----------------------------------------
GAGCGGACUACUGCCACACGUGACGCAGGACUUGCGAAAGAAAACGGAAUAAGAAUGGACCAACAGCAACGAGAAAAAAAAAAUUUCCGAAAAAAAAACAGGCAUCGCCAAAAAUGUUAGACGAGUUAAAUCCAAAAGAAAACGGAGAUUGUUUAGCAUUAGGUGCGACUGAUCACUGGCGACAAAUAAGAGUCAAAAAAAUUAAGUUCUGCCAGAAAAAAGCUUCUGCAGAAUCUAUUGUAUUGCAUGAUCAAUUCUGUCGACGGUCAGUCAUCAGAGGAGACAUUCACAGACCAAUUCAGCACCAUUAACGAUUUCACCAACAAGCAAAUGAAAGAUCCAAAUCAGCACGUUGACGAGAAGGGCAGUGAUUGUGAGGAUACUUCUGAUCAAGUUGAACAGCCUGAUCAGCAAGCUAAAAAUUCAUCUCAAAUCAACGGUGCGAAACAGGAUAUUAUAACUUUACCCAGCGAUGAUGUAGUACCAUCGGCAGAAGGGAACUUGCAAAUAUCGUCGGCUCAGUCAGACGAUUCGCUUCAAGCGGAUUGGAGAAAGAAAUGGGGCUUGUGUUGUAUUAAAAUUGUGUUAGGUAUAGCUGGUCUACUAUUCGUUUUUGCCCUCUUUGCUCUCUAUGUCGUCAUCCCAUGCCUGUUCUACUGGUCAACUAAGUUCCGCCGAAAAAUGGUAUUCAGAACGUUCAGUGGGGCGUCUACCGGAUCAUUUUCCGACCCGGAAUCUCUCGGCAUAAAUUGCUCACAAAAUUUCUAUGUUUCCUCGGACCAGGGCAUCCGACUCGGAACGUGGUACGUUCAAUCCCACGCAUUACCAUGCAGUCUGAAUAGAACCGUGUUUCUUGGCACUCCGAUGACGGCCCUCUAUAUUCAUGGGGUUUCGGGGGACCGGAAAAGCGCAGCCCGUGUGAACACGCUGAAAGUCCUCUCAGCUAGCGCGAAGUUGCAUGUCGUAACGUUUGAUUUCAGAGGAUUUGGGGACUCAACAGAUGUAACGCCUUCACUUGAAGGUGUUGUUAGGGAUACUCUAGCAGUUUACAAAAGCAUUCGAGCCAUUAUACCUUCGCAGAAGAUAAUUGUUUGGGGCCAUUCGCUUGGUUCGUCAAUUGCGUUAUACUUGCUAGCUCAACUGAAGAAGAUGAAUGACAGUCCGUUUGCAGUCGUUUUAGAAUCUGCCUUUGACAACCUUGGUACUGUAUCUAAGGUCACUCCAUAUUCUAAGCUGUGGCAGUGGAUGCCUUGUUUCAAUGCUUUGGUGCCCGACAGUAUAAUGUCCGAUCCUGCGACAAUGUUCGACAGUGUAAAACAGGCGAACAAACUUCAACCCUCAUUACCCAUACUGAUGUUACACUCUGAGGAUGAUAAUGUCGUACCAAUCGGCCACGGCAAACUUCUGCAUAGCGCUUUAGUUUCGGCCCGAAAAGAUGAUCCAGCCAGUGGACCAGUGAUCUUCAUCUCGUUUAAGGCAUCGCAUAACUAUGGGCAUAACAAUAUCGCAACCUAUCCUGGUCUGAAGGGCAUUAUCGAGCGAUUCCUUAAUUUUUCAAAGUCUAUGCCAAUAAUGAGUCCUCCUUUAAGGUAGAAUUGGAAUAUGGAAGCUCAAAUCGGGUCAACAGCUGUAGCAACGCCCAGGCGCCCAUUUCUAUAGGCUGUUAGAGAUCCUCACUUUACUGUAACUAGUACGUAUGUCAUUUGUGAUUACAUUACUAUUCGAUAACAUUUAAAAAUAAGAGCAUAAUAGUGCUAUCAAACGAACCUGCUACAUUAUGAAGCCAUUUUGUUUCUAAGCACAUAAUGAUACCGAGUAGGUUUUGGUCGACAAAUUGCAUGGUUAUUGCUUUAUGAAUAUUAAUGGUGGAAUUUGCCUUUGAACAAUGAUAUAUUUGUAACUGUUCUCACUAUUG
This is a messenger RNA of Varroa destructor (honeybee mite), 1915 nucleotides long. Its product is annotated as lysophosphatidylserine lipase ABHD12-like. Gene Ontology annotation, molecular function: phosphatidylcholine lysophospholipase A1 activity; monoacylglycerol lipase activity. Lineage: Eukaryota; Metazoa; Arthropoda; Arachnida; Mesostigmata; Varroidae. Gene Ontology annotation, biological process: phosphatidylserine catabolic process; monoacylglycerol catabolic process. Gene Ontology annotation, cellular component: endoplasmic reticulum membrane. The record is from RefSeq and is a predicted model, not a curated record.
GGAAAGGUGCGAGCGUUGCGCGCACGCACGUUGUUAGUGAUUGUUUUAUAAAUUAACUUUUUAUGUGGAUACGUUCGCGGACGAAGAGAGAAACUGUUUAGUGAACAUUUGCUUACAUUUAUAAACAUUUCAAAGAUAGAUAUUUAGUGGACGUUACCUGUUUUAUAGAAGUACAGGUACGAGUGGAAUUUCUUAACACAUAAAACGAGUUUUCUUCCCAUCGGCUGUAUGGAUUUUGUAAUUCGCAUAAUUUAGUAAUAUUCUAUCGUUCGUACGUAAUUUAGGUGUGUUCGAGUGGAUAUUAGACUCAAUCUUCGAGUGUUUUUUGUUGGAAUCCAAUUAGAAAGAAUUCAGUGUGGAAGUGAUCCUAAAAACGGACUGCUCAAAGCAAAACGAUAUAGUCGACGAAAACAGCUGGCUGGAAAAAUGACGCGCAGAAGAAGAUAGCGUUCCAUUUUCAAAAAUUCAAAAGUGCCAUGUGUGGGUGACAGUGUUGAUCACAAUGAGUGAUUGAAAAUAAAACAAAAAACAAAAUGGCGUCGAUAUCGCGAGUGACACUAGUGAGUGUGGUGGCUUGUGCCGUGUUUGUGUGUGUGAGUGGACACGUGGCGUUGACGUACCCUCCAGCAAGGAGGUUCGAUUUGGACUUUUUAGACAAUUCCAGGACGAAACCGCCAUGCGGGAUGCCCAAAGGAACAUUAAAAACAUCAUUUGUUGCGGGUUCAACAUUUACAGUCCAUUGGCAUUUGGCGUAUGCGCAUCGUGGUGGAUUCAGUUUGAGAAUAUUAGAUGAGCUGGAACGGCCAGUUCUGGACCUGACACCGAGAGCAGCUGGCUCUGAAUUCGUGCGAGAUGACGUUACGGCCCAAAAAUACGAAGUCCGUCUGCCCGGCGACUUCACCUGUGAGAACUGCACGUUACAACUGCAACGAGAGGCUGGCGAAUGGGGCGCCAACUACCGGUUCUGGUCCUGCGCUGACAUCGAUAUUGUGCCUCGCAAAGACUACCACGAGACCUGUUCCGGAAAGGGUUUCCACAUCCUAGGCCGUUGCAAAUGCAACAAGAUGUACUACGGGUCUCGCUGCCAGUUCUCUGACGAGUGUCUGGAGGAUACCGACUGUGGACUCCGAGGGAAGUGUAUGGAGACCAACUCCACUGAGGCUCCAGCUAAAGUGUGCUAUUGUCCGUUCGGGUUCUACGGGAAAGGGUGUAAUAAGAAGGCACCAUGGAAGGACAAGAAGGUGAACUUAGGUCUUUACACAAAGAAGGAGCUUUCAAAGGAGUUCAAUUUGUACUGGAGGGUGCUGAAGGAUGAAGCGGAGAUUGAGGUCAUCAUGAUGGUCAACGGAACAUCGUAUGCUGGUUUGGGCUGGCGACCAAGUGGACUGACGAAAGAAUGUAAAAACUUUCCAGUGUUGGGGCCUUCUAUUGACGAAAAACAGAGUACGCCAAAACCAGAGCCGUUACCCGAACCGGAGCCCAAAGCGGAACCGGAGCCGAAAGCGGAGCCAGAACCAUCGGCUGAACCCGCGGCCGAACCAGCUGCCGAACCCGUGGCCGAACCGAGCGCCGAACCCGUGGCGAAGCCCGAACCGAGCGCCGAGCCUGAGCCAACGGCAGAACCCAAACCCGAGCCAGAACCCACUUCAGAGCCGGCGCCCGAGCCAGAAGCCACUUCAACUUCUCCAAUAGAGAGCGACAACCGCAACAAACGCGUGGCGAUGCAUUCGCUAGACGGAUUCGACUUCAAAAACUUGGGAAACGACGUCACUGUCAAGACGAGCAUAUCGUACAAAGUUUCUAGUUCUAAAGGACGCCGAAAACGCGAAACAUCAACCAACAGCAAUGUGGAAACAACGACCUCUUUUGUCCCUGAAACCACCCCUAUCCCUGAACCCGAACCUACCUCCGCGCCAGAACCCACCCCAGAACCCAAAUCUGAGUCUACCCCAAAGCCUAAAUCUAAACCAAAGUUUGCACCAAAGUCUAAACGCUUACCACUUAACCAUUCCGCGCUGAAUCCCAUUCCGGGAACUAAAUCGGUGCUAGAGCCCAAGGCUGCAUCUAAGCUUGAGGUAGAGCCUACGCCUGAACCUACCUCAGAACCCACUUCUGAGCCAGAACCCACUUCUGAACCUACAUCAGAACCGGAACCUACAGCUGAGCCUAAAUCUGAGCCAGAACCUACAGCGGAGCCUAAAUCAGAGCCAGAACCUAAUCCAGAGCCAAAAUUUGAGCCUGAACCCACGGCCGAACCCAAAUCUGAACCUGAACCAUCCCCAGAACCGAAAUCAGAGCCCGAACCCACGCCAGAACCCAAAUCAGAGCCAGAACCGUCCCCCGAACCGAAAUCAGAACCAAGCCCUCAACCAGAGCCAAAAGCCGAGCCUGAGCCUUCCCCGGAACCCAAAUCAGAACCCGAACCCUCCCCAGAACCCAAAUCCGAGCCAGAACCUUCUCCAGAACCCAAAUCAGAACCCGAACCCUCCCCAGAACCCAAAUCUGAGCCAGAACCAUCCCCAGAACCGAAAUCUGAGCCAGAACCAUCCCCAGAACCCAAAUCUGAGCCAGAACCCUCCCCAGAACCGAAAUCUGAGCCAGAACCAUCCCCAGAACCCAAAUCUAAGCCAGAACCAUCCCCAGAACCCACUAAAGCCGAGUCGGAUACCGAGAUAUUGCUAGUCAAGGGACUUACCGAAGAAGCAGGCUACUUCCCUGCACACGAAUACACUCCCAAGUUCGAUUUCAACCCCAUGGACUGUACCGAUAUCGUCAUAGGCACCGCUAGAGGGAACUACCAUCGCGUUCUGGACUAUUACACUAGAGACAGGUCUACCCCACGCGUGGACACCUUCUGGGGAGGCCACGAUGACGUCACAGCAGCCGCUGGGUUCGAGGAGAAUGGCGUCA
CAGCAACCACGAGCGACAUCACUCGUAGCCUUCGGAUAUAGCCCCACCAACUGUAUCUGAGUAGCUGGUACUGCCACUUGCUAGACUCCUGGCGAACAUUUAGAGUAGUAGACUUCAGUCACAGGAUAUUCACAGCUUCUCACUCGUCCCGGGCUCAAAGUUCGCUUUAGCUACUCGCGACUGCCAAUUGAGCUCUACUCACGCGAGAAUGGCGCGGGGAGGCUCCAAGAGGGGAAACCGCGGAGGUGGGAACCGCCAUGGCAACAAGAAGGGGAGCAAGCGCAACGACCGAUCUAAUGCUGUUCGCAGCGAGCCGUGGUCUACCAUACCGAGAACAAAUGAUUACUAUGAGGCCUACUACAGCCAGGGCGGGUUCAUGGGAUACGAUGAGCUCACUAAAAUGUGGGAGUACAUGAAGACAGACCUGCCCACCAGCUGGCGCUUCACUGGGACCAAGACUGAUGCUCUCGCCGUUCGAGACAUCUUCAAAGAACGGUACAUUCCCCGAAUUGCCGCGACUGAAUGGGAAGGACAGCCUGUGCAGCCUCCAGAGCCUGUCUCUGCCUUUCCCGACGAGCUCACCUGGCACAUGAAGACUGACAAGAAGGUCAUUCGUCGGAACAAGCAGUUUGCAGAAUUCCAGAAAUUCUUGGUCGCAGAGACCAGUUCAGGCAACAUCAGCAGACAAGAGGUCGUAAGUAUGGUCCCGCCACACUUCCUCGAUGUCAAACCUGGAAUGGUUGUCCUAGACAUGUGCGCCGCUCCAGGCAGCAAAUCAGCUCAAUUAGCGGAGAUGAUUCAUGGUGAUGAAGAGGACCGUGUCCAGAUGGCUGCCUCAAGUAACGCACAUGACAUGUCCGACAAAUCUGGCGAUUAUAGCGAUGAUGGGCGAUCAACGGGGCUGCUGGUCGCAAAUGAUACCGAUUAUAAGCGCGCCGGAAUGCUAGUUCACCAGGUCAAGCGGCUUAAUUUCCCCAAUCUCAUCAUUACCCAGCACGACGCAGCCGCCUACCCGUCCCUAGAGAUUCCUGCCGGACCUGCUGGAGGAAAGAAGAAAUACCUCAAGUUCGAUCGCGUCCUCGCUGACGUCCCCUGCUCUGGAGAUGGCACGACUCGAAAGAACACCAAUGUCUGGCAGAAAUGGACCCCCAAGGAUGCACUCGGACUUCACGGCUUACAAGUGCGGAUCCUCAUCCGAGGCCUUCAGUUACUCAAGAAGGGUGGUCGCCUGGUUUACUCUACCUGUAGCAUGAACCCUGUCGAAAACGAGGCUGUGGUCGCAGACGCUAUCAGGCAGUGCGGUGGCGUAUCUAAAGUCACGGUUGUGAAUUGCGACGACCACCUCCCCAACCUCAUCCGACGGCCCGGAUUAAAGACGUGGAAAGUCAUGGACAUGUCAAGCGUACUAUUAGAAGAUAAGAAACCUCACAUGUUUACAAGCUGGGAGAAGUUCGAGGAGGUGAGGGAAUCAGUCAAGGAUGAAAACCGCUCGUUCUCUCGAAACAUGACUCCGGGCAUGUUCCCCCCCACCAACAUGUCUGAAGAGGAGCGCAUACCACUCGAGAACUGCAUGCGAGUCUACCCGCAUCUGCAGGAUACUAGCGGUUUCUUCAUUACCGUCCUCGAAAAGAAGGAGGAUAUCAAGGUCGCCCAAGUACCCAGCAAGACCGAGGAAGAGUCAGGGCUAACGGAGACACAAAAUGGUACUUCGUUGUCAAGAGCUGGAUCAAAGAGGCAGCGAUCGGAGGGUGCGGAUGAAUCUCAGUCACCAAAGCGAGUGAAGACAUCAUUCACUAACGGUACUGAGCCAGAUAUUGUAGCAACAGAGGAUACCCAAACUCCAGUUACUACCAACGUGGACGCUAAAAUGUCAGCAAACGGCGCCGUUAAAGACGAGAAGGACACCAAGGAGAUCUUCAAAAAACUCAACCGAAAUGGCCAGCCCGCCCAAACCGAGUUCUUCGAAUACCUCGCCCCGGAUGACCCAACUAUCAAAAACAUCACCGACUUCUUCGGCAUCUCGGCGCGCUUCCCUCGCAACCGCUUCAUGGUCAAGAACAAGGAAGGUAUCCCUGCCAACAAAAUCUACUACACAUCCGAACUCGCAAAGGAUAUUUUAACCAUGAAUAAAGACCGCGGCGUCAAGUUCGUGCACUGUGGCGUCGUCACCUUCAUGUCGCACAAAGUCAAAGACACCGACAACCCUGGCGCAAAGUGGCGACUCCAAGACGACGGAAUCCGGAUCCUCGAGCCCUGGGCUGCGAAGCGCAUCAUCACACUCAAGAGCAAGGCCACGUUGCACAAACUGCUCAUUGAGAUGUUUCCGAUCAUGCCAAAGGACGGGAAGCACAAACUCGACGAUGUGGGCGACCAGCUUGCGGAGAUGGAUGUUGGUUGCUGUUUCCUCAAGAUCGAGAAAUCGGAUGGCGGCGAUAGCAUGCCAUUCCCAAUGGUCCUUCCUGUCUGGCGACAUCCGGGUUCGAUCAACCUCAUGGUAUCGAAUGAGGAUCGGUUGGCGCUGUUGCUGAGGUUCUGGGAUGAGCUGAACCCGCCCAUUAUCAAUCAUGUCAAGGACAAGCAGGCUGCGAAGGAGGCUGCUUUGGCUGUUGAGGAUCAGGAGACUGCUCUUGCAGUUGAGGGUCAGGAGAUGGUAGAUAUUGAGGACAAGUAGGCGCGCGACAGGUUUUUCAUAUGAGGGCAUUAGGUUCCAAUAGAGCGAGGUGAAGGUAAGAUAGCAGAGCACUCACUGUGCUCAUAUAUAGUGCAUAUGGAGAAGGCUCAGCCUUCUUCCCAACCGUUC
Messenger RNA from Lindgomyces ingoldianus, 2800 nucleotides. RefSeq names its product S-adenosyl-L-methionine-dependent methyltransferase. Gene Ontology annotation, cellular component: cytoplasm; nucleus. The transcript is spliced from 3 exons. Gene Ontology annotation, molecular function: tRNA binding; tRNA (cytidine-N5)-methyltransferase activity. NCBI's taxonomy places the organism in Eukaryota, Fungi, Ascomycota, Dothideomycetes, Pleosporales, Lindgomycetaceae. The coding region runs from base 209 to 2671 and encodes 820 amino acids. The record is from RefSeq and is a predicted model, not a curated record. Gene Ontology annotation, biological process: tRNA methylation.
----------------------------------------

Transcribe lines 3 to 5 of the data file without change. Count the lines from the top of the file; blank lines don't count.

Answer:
GGAAAGGUGCGAGCGUUGCGCGCACGCACGUUGUUAGUGAUUGUUUUAUAAAUUAACUUUUUAUGUGGAUACGUUCGCGGACGAAGAGAGAAACUGUUUAGUGAACAUUUGCUUACAUUUAUAAACAUUUCAAAGAUAGAUAUUUAGUGGACGUUACCUGUUUUAUAGAAGUACAGGUACGAGUGGAAUUUCUUAACACAUAAAACGAGUUUUCUUCCCAUCGGCUGUAUGGAUUUUGUAAUUCGCAUAAUUUAGUAAUAUUCUAUCGUUCGUACGUAAUUUAGGUGUGUUCGAGUGGAUAUUAGACUCAAUCUUCGAGUGUUUUUUGUUGGAAUCCAAUUAGAAAGAAUUCAGUGUGGAAGUGAUCCUAAAAACGGACUGCUCAAAGCAAAACGAUAUAGUCGACGAAAACAGCUGGCUGGAAAAAUGACGCGCAGAAGAAGAUAGCGUUCCAUUUUCAAAAAUUCAAAAGUGCCAUGUGUGGGUGACAGUGUUGAUCACAAUGAGUGAUUGAAAAUAAAACAAAAAACAAAAUGGCGUCGAUAUCGCGAGUGACACUAGUGAGUGUGGUGGCUUGUGCCGUGUUUGUGUGUGUGAGUGGACACGUGGCGUUGACGUACCCUCCAGCAAGGAGGUUCGAUUUGGACUUUUUAGACAAUUCCAGGACGAAACCGCCAUGCGGGAUGCCCAAAGGAACAUUAAAAACAUCAUUUGUUGCGGGUUCAACAUUUACAGUCCAUUGGCAUUUGGCGUAUGCGCAUCGUGGUGGAUUCAGUUUGAGAAUAUUAGAUGAGCUGGAACGGCCAGUUCUGGACCUGACACCGAGAGCAGCUGGCUCUGAAUUCGUGCGAGAUGACGUUACGGCCCAAAAAUACGAAGUCCGUCUGCCCGGCGACUUCACCUGUGAGAACUGCACGUUACAACUGCAACGAGAGGCUGGCGAAUGGGGCGCCAACUACCGGUUCUGGUCCUGCGCUGACAUCGAUAUUGUGCCUCGCAAAGACUACCACGAGACCUGUUCCGGAAAGGGUUUCCACAUCCUAGGCCGUUGCAAAUGCAACAAGAUGUACUACGGGUCUCGCUGCCAGUUCUCUGACGAGUGUCUGGAGGAUACCGACUGUGGACUCCGAGGGAAGUGUAUGGAGACCAACUCCACUGAGGCUCCAGCUAAAGUGUGCUAUUGUCCGUUCGGGUUCUACGGGAAAGGGUGUAAUAAGAAGGCACCAUGGAAGGACAAGAAGGUGAACUUAGGUCUUUACACAAAGAAGGAGCUUUCAAAGGAGUUCAAUUUGUACUGGAGGGUGCUGAAGGAUGAAGCGGAGAUUGAGGUCAUCAUGAUGGUCAACGGAACAUCGUAUGCUGGUUUGGGCUGGCGACCAAGUGGACUGACGAAAGAAUGUAAAAACUUUCCAGUGUUGGGGCCUUCUAUUGACGAAAAACAGAGUACGCCAAAACCAGAGCCGUUACCCGAACCGGAGCCCAAAGCGGAACCGGAGCCGAAAGCGGAGCCAGAACCAUCGGCUGAACCCGCGGCCGAACCAGCUGCCGAACCCGUGGCCGAACCGAGCGCCGAACCCGUGGCGAAGCCCGAACCGAGCGCCGAGCCUGAGCCAACGGCAGAACCCAAACCCGAGCCAGAACCCACUUCAGAGCCGGCGCCCGAGCCAGAAGCCACUUCAACUUCUCCAAUAGAGAGCGACAACCGCAACAAACGCGUGGCGAUGCAUUCGCUAGACGGAUUCGACUUCAAAAACUUGGGAAACGACGUCACUGUCAAGACGAGCAUAUCGUACAAAGUUUCUAGUUCUAAAGGACGCCGAAAACGCGAAACAUCAACCAACAGCAAUGUGGAAACAACGACCUCUUUUGUCCCUGAAACCACCCCUAUCCCUGAACCCGAACCUACCUCCGCGCCAGAACCCACCCCAGAACCCAAAUCUGAGUCUACCCCAAAGCCUAAAUCUAAACCAAAGUUUGCACCAAAGUCUAAACGCUUACCACUUAACCAUUCCGCGCUGAAUCCCAUUCCGGGAACUAAAUCGGUGCUAGAGCCCAAGGCUGCAUCUAAGCUUGAGGUAGAGCCUACGCCUGAACCUACCUCAGAACCCACUUCUGAGCCAGAACCCACUUCUGAACCUACAUCAGAACCGGAACCUACAGCUGAGCCUAAAUCUGAGCCAGAACCUACAGCGGAGCCUAAAUCAGAGCCAGAACCUAAUCCAGAGCCAAAAUUUGAGCCUGAACCCACGGCCGAACCCAAAUCUGAACCUGAACCAUCCCCAGAACCGAAAUCAGAGCCCGAACCCACGCCAGAACCCAAAUCAGAGCCAGAACCGUCCCCCGAACCGAAAUCAGAACCAAGCCCUCAACCAGAGCCAAAAGCCGAGCCUGAGCCUUCCCCGGAACCCAAAUCAGAACCCGAACCCUCCCCAGAACCCAAAUCCGAGCCAGAACCUUCUCCAGAACCCAAAUCAGAACCCGAACCCUCCCCAGAACCCAAAUCUGAGCCAGAACCAUCCCCAGAACCGAAAUCUGAGCCAGAACCAUCCCCAGAACCCAAAUCUGAGCCAGAACCCUCCCCAGAACCGAAAUCUGAGCCAGAACCAUCCCCAGAACCCAAAUCUAAGCCAGAACCAUCCCCAGAACCCACUAAAGCCGAGUCGGAUACCGAGAUAUUGCUAGUCAAGGGACUUACCGAAGAAGCAGGCUACUUCCCUGCACACGAAUACACUCCCAAGUUCGAUUUCAACCCCAUGGACUGUACCGAUAUCGUCAUAGGCACCGCUAGAGGGAACUACCAUCGCGUUCUGGACUAUUACACUAGAGACAGGUCUACCCCACGCGUGGACACCUUCUGGGGAGGCCACGAUGACGUCACAGCAGCCGCUGGGUUCGAGGAGAAUGGCGUCA
CAGCAACCACGAGCGACAUCACUCGUAGCCUUCGGAUAUAGCCCCACCAACUGUAUCUGAGUAGCUGGUACUGCCACUUGCUAGACUCCUGGCGAACAUUUAGAGUAGUAGACUUCAGUCACAGGAUAUUCACAGCUUCUCACUCGUCCCGGGCUCAAAGUUCGCUUUAGCUACUCGCGACUGCCAAUUGAGCUCUACUCACGCGAGAAUGGCGCGGGGAGGCUCCAAGAGGGGAAACCGCGGAGGUGGGAACCGCCAUGGCAACAAGAAGGGGAGCAAGCGCAACGACCGAUCUAAUGCUGUUCGCAGCGAGCCGUGGUCUACCAUACCGAGAACAAAUGAUUACUAUGAGGCCUACUACAGCCAGGGCGGGUUCAUGGGAUACGAUGAGCUCACUAAAAUGUGGGAGUACAUGAAGACAGACCUGCCCACCAGCUGGCGCUUCACUGGGACCAAGACUGAUGCUCUCGCCGUUCGAGACAUCUUCAAAGAACGGUACAUUCCCCGAAUUGCCGCGACUGAAUGGGAAGGACAGCCUGUGCAGCCUCCAGAGCCUGUCUCUGCCUUUCCCGACGAGCUCACCUGGCACAUGAAGACUGACAAGAAGGUCAUUCGUCGGAACAAGCAGUUUGCAGAAUUCCAGAAAUUCUUGGUCGCAGAGACCAGUUCAGGCAACAUCAGCAGACAAGAGGUCGUAAGUAUGGUCCCGCCACACUUCCUCGAUGUCAAACCUGGAAUGGUUGUCCUAGACAUGUGCGCCGCUCCAGGCAGCAAAUCAGCUCAAUUAGCGGAGAUGAUUCAUGGUGAUGAAGAGGACCGUGUCCAGAUGGCUGCCUCAAGUAACGCACAUGACAUGUCCGACAAAUCUGGCGAUUAUAGCGAUGAUGGGCGAUCAACGGGGCUGCUGGUCGCAAAUGAUACCGAUUAUAAGCGCGCCGGAAUGCUAGUUCACCAGGUCAAGCGGCUUAAUUUCCCCAAUCUCAUCAUUACCCAGCACGACGCAGCCGCCUACCCGUCCCUAGAGAUUCCUGCCGGACCUGCUGGAGGAAAGAAGAAAUACCUCAAGUUCGAUCGCGUCCUCGCUGACGUCCCCUGCUCUGGAGAUGGCACGACUCGAAAGAACACCAAUGUCUGGCAGAAAUGGACCCCCAAGGAUGCACUCGGACUUCACGGCUUACAAGUGCGGAUCCUCAUCCGAGGCCUUCAGUUACUCAAGAAGGGUGGUCGCCUGGUUUACUCUACCUGUAGCAUGAACCCUGUCGAAAACGAGGCUGUGGUCGCAGACGCUAUCAGGCAGUGCGGUGGCGUAUCUAAAGUCACGGUUGUGAAUUGCGACGACCACCUCCCCAACCUCAUCCGACGGCCCGGAUUAAAGACGUGGAAAGUCAUGGACAUGUCAAGCGUACUAUUAGAAGAUAAGAAACCUCACAUGUUUACAAGCUGGGAGAAGUUCGAGGAGGUGAGGGAAUCAGUCAAGGAUGAAAACCGCUCGUUCUCUCGAAACAUGACUCCGGGCAUGUUCCCCCCCACCAACAUGUCUGAAGAGGAGCGCAUACCACUCGAGAACUGCAUGCGAGUCUACCCGCAUCUGCAGGAUACUAGCGGUUUCUUCAUUACCGUCCUCGAAAAGAAGGAGGAUAUCAAGGUCGCCCAAGUACCCAGCAAGACCGAGGAAGAGUCAGGGCUAACGGAGACACAAAAUGGUACUUCGUUGUCAAGAGCUGGAUCAAAGAGGCAGCGAUCGGAGGGUGCGGAUGAAUCUCAGUCACCAAAGCGAGUGAAGACAUCAUUCACUAACGGUACUGAGCCAGAUAUUGUAGCAACAGAGGAUACCCAAACUCCAGUUACUACCAACGUGGACGCUAAAAUGUCAGCAAACGGCGCCGUUAAAGACGAGAAGGACACCAAGGAGAUCUUCAAAAAACUCAACCGAAAUGGCCAGCCCGCCCAAACCGAGUUCUUCGAAUACCUCGCCCCGGAUGACCCAACUAUCAAAAACAUCACCGACUUCUUCGGCAUCUCGGCGCGCUUCCCUCGCAACCGCUUCAUGGUCAAGAACAAGGAAGGUAUCCCUGCCAACAAAAUCUACUACACAUCCGAACUCGCAAAGGAUAUUUUAACCAUGAAUAAAGACCGCGGCGUCAAGUUCGUGCACUGUGGCGUCGUCACCUUCAUGUCGCACAAAGUCAAAGACACCGACAACCCUGGCGCAAAGUGGCGACUCCAAGACGACGGAAUCCGGAUCCUCGAGCCCUGGGCUGCGAAGCGCAUCAUCACACUCAAGAGCAAGGCCACGUUGCACAAACUGCUCAUUGAGAUGUUUCCGAUCAUGCCAAAGGACGGGAAGCACAAACUCGACGAUGUGGGCGACCAGCUUGCGGAGAUGGAUGUUGGUUGCUGUUUCCUCAAGAUCGAGAAAUCGGAUGGCGGCGAUAGCAUGCCAUUCCCAAUGGUCCUUCCUGUCUGGCGACAUCCGGGUUCGAUCAACCUCAUGGUAUCGAAUGAGGAUCGGUUGGCGCUGUUGCUGAGGUUCUGGGAUGAGCUGAACCCGCCCAUUAUCAAUCAUGUCAAGGACAAGCAGGCUGCGAAGGAGGCUGCUUUGGCUGUUGAGGAUCAGGAGACUGCUCUUGCAGUUGAGGGUCAGGAGAUGGUAGAUAUUGAGGACAAGUAGGCGCGCGACAGGUUUUUCAUAUGAGGGCAUUAGGUUCCAAUAGAGCGAGGUGAAGGUAAGAUAGCAGAGCACUCACUGUGCUCAUAUAUAGUGCAUAUGGAGAAGGCUCAGCCUUCUUCCCAACCGUUC
Messenger RNA from Lindgomyces ingoldianus, 2800 nucleotides. RefSeq names its product S-adenosyl-L-methionine-dependent methyltransferase. Gene Ontology annotation, cellular component: cytoplasm; nucleus. The transcript is spliced from 3 exons. Gene Ontology annotation, molecular function: tRNA binding; tRNA (cytidine-N5)-methyltransferase activity. NCBI's taxonomy places the organism in Eukaryota, Fungi, Ascomycota, Dothideomycetes, Pleosporales, Lindgomycetaceae. The coding region runs from base 209 to 2671 and encodes 820 amino acids. The record is from RefSeq and is a predicted model, not a curated record. Gene Ontology annotation, biological process: tRNA methylation.